Sequential cardiac troponin T following delivery and its relationship with myocardial performance in neonates with respiratory distress syndrome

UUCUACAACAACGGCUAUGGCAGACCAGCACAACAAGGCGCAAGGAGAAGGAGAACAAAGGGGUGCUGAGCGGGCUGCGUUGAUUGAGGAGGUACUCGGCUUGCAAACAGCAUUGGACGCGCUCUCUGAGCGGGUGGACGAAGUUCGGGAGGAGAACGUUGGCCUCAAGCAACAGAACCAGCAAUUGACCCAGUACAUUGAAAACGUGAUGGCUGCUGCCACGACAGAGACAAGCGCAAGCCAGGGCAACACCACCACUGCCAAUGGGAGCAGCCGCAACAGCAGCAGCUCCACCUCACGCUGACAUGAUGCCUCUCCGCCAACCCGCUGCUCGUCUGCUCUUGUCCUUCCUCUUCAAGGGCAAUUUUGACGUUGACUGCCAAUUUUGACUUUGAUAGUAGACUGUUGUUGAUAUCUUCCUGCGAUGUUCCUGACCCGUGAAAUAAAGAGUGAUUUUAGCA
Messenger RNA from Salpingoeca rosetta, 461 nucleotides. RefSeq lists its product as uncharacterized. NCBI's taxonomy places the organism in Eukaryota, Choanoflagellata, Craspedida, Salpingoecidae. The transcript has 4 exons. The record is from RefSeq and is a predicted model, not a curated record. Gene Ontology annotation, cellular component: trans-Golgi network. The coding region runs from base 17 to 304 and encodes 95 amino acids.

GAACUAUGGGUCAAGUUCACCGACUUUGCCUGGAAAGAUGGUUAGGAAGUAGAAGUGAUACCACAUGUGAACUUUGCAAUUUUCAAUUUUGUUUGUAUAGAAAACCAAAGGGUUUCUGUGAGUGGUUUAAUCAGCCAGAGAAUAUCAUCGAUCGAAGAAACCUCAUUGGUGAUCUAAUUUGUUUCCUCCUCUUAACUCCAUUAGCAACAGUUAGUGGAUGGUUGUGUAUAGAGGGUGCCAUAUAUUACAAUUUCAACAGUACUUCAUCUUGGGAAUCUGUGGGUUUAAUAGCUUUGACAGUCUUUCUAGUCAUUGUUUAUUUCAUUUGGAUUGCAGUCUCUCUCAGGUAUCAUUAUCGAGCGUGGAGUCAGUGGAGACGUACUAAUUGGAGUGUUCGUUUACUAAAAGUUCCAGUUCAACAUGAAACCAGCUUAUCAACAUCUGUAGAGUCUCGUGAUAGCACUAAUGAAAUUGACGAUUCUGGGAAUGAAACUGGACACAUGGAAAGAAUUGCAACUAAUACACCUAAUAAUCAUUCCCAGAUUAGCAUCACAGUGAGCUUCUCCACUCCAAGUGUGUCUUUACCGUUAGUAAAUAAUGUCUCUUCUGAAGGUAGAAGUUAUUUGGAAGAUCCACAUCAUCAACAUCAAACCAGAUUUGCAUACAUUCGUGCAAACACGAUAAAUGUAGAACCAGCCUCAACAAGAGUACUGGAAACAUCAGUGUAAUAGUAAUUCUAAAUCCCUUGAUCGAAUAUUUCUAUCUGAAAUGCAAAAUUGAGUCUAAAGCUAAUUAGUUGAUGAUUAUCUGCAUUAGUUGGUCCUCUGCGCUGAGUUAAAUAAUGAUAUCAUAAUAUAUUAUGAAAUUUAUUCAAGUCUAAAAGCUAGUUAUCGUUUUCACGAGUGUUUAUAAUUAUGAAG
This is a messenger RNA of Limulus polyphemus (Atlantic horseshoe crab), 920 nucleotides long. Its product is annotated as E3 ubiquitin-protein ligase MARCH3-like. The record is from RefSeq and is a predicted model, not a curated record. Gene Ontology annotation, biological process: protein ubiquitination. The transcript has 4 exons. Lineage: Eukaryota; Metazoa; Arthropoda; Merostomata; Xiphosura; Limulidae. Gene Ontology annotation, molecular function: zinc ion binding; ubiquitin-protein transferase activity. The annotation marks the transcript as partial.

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We measured serial cardiac troponin T in babies with respiratory distress syndrome and in “healthy” controls (no cardiorespiratory support required). We investigated relationships between cardiac troponin T and myocardial performance in respiratory distress syndrome. This was a prospective observational study at a large tertiary maternity unit that recruited 104 “healthy” babies from whom individual samples were collected. A further 24 infants with respiratory distress syndrome and 14 “healthy” preterm infants had serial sampling over the first three days. We measured fractional shortening in 14 of the infants with respiratory distress syndrome. Cardiac troponin T rose from a median (interquartile range) of 10 (10–11) pg/mL on day one to 34 (22–46) pg/mL by day three, p=0.005, in “healthy” babies. In respiratory distress syndrome levels were higher, 91 (46–135) pg/mL at 6 (5–7) hours of age, p<0.001, and remained so for all three days. In babies with respiratory distress syndrome on day one cardiac troponin T correlated negatively with fractional shortening, Rho=−0.831, p<0.001, but this correlation did not persist. In “healthy” babies there is a minimal rise of cardiac troponin T by day 3. In respiratory distress syndrome there is an early and sustained elevation of cardiac troponin T, with a negative relationship with fraction shortening, suggesting significant myocardial damage of antenatal/intrapartum origin, giving rise to measurable dysfunction.